ICD coding training worldwide

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Lucia Otero Varela
Catherine Eastwood
Pallavi Mathur
Hude Quan
Published online: Aug 28, 2018

The International Classification of Diseases (ICD) is globally used for coding morbidity statistics, however, its use, as well as the training provided to individuals assigning codes, varies greatly across countries.

Objectives and Approach
The goal is to understand the quality of coder training worldwide. After an in-depth grey and academic literature review, an online survey was created to poll the 194 World Health Organization (WHO) member countries. Questions focused on hospital data collection systems and the training provided to the coding professionals. The survey was distributed to potential participants that meet the specific criteria, as well as to organizations specialized in the topic, such as WHO-CC (WHO Collaborating Centers) and IFHIMA (International Federation of Health Information Management Association), to be forwarded to their representatives. Answers will be analyzed using descriptive statistics.

This ongoing project aims to capture responses from as many countries as possible, and thus far, data from 45 respondents from 20 different countries has been collected. Initial results reveal worldwide use of ICD, with variations in the maximum allowable coding fields for diagnoses and interventions. Coding specialists are the main personnel assigning codes, followed by physicians, and although minimum training is not mandatory in all countries (Sweden, Italy, Germany and Thailand), in those where it is, college/university degree is the most common requirement. Coding certificates most frequently entail passing a certification exam. Continuing education for coders is offered in all countries except one (Nigeria). Once more information is available, countries will be ranked and those depicting a better performance will be highlighted.

These survey data will establish the current state of ICD use and coding training internationally, which will ultimately be valuable to the WHO for the promotion of ICD and the rollout of ICD-11, for better international comparisons of health data, and for further research on how to improve ICD coding.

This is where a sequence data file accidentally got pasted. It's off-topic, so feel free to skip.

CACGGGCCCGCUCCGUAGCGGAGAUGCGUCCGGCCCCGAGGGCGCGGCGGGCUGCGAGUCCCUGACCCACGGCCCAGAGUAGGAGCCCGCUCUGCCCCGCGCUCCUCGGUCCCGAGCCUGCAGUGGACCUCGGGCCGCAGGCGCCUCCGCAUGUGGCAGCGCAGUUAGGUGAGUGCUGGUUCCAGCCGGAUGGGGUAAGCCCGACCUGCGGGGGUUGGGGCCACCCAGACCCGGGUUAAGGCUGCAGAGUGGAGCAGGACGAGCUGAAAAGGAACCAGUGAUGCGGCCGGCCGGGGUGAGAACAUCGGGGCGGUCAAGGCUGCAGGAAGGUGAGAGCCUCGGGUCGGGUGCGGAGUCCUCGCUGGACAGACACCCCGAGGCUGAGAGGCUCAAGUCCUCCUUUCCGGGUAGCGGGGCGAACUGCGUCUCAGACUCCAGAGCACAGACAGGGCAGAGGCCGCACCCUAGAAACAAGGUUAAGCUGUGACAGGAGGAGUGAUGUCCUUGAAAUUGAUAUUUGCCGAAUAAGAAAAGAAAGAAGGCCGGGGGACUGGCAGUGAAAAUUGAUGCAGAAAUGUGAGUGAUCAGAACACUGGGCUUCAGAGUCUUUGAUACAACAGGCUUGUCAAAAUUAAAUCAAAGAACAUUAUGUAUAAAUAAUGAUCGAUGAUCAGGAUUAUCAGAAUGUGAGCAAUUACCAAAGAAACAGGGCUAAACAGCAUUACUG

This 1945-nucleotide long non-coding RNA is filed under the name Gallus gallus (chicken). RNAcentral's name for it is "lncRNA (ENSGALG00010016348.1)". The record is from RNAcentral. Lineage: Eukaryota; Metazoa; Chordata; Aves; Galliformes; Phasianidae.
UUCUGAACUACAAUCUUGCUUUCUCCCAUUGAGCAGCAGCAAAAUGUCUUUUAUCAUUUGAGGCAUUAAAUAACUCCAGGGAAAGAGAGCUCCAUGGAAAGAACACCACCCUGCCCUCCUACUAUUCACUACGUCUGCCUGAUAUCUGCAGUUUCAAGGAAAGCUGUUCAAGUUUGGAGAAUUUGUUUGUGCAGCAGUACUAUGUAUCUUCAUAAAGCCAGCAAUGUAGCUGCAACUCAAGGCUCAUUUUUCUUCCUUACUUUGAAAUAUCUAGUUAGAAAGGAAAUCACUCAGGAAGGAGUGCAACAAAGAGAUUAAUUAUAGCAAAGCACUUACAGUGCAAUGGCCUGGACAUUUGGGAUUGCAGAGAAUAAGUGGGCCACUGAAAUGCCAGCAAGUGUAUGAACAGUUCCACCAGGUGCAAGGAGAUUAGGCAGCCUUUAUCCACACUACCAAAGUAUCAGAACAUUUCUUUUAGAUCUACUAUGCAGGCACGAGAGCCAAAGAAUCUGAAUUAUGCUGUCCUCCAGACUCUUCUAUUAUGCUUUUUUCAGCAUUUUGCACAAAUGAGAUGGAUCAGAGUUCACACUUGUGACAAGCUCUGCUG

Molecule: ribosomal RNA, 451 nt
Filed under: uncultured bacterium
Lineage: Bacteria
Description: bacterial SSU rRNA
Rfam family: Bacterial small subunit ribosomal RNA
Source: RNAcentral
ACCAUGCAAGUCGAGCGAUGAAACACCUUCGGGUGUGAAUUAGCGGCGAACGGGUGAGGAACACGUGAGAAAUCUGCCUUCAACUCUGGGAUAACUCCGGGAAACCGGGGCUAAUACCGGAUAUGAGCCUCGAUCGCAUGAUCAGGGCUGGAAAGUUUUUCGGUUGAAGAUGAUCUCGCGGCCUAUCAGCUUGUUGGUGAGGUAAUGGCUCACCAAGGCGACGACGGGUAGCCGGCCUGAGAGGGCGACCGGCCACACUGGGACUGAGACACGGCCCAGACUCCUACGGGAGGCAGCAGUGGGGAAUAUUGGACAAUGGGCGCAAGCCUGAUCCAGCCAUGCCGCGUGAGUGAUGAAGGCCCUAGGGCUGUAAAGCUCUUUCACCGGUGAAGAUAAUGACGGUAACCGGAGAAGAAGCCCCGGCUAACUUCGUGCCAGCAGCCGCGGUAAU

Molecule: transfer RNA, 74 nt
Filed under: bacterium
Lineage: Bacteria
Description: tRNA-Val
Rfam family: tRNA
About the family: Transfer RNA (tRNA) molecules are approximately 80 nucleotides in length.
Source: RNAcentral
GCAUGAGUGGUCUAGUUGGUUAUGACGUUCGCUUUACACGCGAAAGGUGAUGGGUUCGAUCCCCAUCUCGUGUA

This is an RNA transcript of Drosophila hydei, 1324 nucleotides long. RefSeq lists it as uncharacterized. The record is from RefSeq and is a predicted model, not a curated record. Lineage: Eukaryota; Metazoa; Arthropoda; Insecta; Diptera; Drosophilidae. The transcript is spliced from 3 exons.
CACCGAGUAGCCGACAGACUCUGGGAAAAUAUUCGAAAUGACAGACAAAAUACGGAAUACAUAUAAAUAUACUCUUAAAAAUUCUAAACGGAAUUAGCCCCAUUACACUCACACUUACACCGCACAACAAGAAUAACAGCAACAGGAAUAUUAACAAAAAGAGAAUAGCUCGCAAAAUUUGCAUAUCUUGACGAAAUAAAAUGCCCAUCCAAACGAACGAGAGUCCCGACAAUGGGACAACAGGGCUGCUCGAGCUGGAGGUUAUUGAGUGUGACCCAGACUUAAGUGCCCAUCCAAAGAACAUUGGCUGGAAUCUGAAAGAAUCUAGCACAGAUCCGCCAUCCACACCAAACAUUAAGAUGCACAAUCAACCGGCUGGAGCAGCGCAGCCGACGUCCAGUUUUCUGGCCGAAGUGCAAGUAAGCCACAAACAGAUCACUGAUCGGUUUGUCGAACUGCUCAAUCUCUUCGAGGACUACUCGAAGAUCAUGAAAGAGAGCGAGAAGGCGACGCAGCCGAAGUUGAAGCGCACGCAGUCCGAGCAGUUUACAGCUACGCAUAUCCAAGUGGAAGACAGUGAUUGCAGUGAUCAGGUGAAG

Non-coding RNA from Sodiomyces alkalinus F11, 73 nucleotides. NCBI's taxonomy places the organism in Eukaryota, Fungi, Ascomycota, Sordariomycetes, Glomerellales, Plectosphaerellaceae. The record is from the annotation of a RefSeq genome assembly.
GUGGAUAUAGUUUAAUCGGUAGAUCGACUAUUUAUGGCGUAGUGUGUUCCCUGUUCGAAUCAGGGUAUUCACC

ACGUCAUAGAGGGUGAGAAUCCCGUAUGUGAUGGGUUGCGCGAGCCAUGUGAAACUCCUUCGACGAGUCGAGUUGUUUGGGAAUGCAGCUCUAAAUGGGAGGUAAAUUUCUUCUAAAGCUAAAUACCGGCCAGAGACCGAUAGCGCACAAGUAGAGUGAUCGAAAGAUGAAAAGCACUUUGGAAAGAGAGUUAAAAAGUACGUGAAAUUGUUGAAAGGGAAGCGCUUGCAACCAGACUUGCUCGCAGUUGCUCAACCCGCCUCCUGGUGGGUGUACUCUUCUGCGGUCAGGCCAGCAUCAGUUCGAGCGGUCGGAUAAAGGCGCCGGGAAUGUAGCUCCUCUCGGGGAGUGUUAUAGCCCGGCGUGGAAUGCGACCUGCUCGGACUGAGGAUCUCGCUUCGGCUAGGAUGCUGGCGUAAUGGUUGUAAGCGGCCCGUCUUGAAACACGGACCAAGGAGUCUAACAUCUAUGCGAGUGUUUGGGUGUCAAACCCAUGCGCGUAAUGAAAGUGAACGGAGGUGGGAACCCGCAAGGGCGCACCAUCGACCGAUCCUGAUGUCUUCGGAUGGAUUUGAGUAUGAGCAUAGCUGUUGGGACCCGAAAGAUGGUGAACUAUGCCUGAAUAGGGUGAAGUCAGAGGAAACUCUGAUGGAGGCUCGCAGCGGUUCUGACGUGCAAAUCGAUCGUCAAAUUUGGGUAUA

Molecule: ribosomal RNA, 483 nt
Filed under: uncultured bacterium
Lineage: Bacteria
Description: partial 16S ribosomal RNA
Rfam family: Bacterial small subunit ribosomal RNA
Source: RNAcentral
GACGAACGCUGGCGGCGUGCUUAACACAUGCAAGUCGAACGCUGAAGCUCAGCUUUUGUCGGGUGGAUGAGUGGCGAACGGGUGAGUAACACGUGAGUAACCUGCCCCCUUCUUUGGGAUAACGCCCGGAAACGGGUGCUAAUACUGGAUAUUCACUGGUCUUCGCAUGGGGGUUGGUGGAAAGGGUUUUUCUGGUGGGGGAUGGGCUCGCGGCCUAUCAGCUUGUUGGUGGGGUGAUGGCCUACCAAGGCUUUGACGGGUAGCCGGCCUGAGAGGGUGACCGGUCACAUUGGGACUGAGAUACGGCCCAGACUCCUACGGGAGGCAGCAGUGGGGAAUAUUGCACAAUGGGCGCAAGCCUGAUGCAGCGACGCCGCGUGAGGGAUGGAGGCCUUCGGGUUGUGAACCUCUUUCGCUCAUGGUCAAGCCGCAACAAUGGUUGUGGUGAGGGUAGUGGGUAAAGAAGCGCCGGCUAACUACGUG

Integration of health and social care services is a potential solution to improving care despite budgetary constraints and increased demand for services. Little is known about how having two-or-more long-term conditions (multimorbidity) and socioeconomic status affect social care use, or how all these factors affect unscheduled health care use.

Objectives and Approach

The project aims to describe the demographic, geographic, and socioeconomic differences in the receipt of social care for over 65s in Scotland and how multimorbidity status influences amounts of social care received. Additional analyses will consider the influence receipt of social care has on use of unscheduled health care services and mortality.

Social Care Survey (SCS) data collected by the Scottish Government is linked to administrative health and mortality records. Linkage includes; prescribing information service and USC data which records episodes of A & E attendance, emergency admission to hospital, GP out-of-hours attendance, Scottish Ambulance Service use, and NHS24 contact


The cohort includes 1.1million individuals over the age of 65 (54.8% Female), of which 274,011 (24.2%) people died during the study period.

The linkage rate of the SCS to records with a CHI number in the National Records of Scotland population spine was 90.5%, with one local authority removed for very low linkage rates and the remaining 31 with rates between 76.7% and 97.9%.

As of February 2018, all requested data has been transferred to the National Safe Haven and data cleaning and analysis has begun. Significant results are expected to have been produced by August 2018.


This research will help understand if receipt of social care is equitably distributed among the population of Scotland after allowing for multimorbidity and socioeconomic status. Understanding the influence health status has on social care receipt and the influence social care has on unscheduled healthcare use has important implications for policy development.

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